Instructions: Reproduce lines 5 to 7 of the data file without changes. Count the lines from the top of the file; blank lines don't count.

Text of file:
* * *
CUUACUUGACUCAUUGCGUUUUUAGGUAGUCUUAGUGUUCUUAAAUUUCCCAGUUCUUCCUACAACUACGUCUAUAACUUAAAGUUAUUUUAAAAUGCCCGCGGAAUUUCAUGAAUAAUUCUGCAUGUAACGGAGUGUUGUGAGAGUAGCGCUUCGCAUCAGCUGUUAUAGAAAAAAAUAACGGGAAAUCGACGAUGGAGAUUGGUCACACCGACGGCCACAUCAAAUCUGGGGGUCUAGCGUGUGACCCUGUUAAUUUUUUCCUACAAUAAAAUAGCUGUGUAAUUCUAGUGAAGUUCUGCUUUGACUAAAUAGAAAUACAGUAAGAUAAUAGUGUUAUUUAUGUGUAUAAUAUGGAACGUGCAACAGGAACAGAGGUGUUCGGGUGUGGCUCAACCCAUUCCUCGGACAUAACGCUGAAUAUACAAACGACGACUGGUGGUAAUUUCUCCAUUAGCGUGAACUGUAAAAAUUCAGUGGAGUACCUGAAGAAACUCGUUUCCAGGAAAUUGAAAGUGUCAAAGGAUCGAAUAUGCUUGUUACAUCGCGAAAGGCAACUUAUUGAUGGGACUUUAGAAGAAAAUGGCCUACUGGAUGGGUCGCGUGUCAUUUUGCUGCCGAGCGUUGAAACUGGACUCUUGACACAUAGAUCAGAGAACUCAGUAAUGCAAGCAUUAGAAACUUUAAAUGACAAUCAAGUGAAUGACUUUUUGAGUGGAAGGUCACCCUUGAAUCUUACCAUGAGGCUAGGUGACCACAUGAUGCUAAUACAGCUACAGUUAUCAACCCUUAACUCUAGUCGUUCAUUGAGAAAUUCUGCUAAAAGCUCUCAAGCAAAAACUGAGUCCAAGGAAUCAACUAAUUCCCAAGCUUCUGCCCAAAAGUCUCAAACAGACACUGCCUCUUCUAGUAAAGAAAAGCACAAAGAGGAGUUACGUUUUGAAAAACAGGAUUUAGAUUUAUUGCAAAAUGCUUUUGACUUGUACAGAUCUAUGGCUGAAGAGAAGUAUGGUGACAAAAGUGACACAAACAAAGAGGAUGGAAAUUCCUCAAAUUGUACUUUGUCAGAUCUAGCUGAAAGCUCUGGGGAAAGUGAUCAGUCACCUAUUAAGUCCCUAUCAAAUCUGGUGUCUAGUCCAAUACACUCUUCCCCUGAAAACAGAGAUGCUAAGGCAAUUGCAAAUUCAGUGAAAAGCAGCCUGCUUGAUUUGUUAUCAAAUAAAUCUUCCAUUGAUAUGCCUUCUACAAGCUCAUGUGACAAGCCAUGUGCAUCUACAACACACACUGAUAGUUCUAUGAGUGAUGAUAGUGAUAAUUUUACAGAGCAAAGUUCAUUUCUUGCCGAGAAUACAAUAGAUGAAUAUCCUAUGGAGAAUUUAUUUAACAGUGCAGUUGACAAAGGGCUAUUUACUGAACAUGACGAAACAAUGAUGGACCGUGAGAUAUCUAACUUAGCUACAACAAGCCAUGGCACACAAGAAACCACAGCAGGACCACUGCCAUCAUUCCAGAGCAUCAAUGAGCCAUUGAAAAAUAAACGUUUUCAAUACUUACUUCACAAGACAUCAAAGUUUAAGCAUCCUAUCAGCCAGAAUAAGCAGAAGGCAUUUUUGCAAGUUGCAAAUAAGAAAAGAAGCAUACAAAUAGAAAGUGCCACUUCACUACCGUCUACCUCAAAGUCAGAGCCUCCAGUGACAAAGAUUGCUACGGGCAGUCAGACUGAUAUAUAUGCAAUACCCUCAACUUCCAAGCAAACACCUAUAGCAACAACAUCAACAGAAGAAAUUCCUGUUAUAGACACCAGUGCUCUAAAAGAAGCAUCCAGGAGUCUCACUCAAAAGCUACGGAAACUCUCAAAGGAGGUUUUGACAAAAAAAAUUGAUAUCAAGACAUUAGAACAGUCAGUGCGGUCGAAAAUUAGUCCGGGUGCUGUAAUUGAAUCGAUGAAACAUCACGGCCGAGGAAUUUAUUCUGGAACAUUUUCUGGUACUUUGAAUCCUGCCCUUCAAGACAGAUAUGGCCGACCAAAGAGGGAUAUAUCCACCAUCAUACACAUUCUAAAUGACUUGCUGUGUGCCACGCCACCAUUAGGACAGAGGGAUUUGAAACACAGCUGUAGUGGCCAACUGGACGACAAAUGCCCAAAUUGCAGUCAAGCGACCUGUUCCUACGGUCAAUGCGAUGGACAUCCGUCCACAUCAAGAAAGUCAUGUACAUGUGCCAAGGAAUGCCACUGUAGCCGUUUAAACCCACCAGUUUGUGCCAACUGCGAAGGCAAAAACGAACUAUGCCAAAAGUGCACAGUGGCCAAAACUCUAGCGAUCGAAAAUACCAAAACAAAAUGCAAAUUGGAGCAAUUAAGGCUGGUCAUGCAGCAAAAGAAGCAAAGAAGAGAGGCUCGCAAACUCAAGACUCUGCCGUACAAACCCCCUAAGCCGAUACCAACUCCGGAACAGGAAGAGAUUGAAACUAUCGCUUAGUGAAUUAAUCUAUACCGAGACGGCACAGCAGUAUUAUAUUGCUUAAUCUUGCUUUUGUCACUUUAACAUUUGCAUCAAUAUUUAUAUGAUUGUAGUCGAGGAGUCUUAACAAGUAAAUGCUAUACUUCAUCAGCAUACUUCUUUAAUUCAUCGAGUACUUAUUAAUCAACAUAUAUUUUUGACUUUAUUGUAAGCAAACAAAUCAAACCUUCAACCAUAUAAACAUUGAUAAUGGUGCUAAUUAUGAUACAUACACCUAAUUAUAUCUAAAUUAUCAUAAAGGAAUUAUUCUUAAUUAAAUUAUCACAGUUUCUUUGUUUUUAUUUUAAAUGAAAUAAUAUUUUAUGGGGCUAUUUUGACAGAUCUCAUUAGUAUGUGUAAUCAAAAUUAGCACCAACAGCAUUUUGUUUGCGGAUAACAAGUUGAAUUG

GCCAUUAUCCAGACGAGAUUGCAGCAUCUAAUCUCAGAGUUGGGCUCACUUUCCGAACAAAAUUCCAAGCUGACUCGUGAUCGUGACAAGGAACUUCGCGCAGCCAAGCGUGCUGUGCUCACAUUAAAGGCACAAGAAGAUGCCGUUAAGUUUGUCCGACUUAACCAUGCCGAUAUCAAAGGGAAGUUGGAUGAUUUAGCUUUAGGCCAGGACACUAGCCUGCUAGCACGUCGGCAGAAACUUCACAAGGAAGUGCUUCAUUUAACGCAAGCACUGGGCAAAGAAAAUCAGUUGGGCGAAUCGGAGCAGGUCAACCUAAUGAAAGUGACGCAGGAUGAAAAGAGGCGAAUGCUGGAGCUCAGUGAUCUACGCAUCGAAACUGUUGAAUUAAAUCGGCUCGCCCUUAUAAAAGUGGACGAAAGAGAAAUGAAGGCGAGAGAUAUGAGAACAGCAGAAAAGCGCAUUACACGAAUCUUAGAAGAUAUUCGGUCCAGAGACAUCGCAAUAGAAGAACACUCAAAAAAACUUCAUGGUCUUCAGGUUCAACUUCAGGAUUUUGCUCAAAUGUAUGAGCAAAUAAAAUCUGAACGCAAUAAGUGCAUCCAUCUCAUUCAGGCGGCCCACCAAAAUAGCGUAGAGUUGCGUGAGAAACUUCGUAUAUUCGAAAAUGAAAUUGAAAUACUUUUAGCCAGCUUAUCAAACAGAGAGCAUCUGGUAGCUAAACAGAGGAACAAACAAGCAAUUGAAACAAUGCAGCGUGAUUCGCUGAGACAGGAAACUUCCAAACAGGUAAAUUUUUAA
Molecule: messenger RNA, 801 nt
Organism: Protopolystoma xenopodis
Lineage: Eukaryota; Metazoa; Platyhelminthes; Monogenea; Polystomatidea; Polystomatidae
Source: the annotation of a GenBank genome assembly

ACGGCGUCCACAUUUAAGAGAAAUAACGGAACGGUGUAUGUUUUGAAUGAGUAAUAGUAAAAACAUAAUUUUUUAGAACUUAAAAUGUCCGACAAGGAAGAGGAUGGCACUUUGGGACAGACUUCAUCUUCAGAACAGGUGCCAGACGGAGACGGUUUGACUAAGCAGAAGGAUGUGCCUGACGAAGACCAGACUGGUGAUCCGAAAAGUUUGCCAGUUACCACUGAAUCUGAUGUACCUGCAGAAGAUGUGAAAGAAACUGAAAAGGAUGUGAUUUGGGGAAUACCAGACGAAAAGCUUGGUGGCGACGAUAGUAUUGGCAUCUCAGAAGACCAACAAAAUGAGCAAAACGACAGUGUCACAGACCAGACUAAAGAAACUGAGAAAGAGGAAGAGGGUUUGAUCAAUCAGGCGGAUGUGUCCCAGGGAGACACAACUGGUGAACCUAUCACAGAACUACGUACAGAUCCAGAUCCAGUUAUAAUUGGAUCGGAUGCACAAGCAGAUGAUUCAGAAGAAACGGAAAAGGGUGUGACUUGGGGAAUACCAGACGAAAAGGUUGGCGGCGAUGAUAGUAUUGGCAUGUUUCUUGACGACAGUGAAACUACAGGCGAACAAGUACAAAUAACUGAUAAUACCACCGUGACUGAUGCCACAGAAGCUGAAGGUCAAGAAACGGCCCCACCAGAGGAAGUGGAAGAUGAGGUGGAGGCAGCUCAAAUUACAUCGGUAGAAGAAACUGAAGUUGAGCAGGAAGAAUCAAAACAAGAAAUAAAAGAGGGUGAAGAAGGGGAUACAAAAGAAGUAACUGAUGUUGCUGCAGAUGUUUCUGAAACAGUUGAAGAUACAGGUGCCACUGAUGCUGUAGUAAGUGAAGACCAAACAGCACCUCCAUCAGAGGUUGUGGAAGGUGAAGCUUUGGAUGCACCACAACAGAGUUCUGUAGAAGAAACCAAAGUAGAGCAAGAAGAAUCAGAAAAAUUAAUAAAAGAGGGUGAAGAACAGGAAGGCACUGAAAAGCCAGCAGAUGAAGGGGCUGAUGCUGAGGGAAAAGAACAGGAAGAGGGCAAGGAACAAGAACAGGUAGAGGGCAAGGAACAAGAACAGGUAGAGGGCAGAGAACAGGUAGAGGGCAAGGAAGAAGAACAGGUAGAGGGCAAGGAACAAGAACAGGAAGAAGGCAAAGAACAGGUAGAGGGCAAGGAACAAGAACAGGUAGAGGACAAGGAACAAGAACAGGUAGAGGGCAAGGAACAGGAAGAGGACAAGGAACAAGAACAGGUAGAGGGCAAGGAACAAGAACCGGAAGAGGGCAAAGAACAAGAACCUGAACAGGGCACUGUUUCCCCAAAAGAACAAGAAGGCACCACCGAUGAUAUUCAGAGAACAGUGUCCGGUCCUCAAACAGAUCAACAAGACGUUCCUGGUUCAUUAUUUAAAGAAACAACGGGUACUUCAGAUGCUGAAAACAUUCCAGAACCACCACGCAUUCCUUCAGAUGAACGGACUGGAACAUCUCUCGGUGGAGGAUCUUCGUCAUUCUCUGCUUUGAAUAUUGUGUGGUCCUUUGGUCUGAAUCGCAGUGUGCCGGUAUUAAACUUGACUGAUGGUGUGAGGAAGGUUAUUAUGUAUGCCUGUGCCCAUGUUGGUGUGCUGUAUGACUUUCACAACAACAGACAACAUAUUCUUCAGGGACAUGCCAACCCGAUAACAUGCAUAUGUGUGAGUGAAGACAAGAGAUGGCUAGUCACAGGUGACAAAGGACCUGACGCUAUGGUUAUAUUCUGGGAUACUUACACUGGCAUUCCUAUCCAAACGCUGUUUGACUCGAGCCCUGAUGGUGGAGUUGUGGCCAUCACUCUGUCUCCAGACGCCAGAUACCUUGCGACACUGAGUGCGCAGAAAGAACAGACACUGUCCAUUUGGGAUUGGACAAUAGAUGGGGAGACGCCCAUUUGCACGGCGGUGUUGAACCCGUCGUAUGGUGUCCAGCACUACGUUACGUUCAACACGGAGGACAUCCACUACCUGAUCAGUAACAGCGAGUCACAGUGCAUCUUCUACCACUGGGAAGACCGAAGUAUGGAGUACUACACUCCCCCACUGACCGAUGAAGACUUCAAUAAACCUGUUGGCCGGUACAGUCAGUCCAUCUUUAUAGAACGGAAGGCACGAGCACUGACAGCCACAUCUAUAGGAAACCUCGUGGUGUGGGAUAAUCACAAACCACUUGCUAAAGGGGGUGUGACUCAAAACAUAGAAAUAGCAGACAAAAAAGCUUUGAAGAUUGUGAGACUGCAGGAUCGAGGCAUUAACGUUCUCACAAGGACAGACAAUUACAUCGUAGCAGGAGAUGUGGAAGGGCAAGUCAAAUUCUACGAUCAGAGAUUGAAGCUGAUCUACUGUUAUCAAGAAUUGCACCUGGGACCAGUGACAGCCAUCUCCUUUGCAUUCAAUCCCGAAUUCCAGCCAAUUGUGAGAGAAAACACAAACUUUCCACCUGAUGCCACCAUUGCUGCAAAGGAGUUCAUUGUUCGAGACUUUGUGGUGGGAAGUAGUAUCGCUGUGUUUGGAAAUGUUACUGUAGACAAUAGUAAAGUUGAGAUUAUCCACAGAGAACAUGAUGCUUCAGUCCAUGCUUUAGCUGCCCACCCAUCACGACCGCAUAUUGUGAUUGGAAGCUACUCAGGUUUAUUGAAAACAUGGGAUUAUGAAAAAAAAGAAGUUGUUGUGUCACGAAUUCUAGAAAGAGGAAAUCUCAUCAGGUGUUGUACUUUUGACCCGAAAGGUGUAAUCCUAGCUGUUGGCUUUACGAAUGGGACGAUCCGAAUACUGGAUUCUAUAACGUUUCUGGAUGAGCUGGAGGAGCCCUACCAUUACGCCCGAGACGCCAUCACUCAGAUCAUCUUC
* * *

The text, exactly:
Lineage: Eukaryota; Metazoa; Platyhelminthes; Monogenea; Polystomatidea; Polystomatidae
Source: the annotation of a GenBank genome assembly

ACGGCGUCCACAUUUAAGAGAAAUAACGGAACGGUGUAUGUUUUGAAUGAGUAAUAGUAAAAACAUAAUUUUUUAGAACUUAAAAUGUCCGACAAGGAAGAGGAUGGCACUUUGGGACAGACUUCAUCUUCAGAACAGGUGCCAGACGGAGACGGUUUGACUAAGCAGAAGGAUGUGCCUGACGAAGACCAGACUGGUGAUCCGAAAAGUUUGCCAGUUACCACUGAAUCUGAUGUACCUGCAGAAGAUGUGAAAGAAACUGAAAAGGAUGUGAUUUGGGGAAUACCAGACGAAAAGCUUGGUGGCGACGAUAGUAUUGGCAUCUCAGAAGACCAACAAAAUGAGCAAAACGACAGUGUCACAGACCAGACUAAAGAAACUGAGAAAGAGGAAGAGGGUUUGAUCAAUCAGGCGGAUGUGUCCCAGGGAGACACAACUGGUGAACCUAUCACAGAACUACGUACAGAUCCAGAUCCAGUUAUAAUUGGAUCGGAUGCACAAGCAGAUGAUUCAGAAGAAACGGAAAAGGGUGUGACUUGGGGAAUACCAGACGAAAAGGUUGGCGGCGAUGAUAGUAUUGGCAUGUUUCUUGACGACAGUGAAACUACAGGCGAACAAGUACAAAUAACUGAUAAUACCACCGUGACUGAUGCCACAGAAGCUGAAGGUCAAGAAACGGCCCCACCAGAGGAAGUGGAAGAUGAGGUGGAGGCAGCUCAAAUUACAUCGGUAGAAGAAACUGAAGUUGAGCAGGAAGAAUCAAAACAAGAAAUAAAAGAGGGUGAAGAAGGGGAUACAAAAGAAGUAACUGAUGUUGCUGCAGAUGUUUCUGAAACAGUUGAAGAUACAGGUGCCACUGAUGCUGUAGUAAGUGAAGACCAAACAGCACCUCCAUCAGAGGUUGUGGAAGGUGAAGCUUUGGAUGCACCACAACAGAGUUCUGUAGAAGAAACCAAAGUAGAGCAAGAAGAAUCAGAAAAAUUAAUAAAAGAGGGUGAAGAACAGGAAGGCACUGAAAAGCCAGCAGAUGAAGGGGCUGAUGCUGAGGGAAAAGAACAGGAAGAGGGCAAGGAACAAGAACAGGUAGAGGGCAAGGAACAAGAACAGGUAGAGGGCAGAGAACAGGUAGAGGGCAAGGAAGAAGAACAGGUAGAGGGCAAGGAACAAGAACAGGAAGAAGGCAAAGAACAGGUAGAGGGCAAGGAACAAGAACAGGUAGAGGACAAGGAACAAGAACAGGUAGAGGGCAAGGAACAGGAAGAGGACAAGGAACAAGAACAGGUAGAGGGCAAGGAACAAGAACCGGAAGAGGGCAAAGAACAAGAACCUGAACAGGGCACUGUUUCCCCAAAAGAACAAGAAGGCACCACCGAUGAUAUUCAGAGAACAGUGUCCGGUCCUCAAACAGAUCAACAAGACGUUCCUGGUUCAUUAUUUAAAGAAACAACGGGUACUUCAGAUGCUGAAAACAUUCCAGAACCACCACGCAUUCCUUCAGAUGAACGGACUGGAACAUCUCUCGGUGGAGGAUCUUCGUCAUUCUCUGCUUUGAAUAUUGUGUGGUCCUUUGGUCUGAAUCGCAGUGUGCCGGUAUUAAACUUGACUGAUGGUGUGAGGAAGGUUAUUAUGUAUGCCUGUGCCCAUGUUGGUGUGCUGUAUGACUUUCACAACAACAGACAACAUAUUCUUCAGGGACAUGCCAACCCGAUAACAUGCAUAUGUGUGAGUGAAGACAAGAGAUGGCUAGUCACAGGUGACAAAGGACCUGACGCUAUGGUUAUAUUCUGGGAUACUUACACUGGCAUUCCUAUCCAAACGCUGUUUGACUCGAGCCCUGAUGGUGGAGUUGUGGCCAUCACUCUGUCUCCAGACGCCAGAUACCUUGCGACACUGAGUGCGCAGAAAGAACAGACACUGUCCAUUUGGGAUUGGACAAUAGAUGGGGAGACGCCCAUUUGCACGGCGGUGUUGAACCCGUCGUAUGGUGUCCAGCACUACGUUACGUUCAACACGGAGGACAUCCACUACCUGAUCAGUAACAGCGAGUCACAGUGCAUCUUCUACCACUGGGAAGACCGAAGUAUGGAGUACUACACUCCCCCACUGACCGAUGAAGACUUCAAUAAACCUGUUGGCCGGUACAGUCAGUCCAUCUUUAUAGAACGGAAGGCACGAGCACUGACAGCCACAUCUAUAGGAAACCUCGUGGUGUGGGAUAAUCACAAACCACUUGCUAAAGGGGGUGUGACUCAAAACAUAGAAAUAGCAGACAAAAAAGCUUUGAAGAUUGUGAGACUGCAGGAUCGAGGCAUUAACGUUCUCACAAGGACAGACAAUUACAUCGUAGCAGGAGAUGUGGAAGGGCAAGUCAAAUUCUACGAUCAGAGAUUGAAGCUGAUCUACUGUUAUCAAGAAUUGCACCUGGGACCAGUGACAGCCAUCUCCUUUGCAUUCAAUCCCGAAUUCCAGCCAAUUGUGAGAGAAAACACAAACUUUCCACCUGAUGCCACCAUUGCUGCAAAGGAGUUCAUUGUUCGAGACUUUGUGGUGGGAAGUAGUAUCGCUGUGUUUGGAAAUGUUACUGUAGACAAUAGUAAAGUUGAGAUUAUCCACAGAGAACAUGAUGCUUCAGUCCAUGCUUUAGCUGCCCACCCAUCACGACCGCAUAUUGUGAUUGGAAGCUACUCAGGUUUAUUGAAAACAUGGGAUUAUGAAAAAAAAGAAGUUGUUGUGUCACGAAUUCUAGAAAGAGGAAAUCUCAUCAGGUGUUGUACUUUUGACCCGAAAGGUGUAAUCCUAGCUGUUGGCUUUACGAAUGGGACGAUCCGAAUACUGGAUUCUAUAACGUUUCUGGAUGAGCUGGAGGAGCCCUACCAUUACGCCCGAGACGCCAUCACUCAGAUCAUCUUC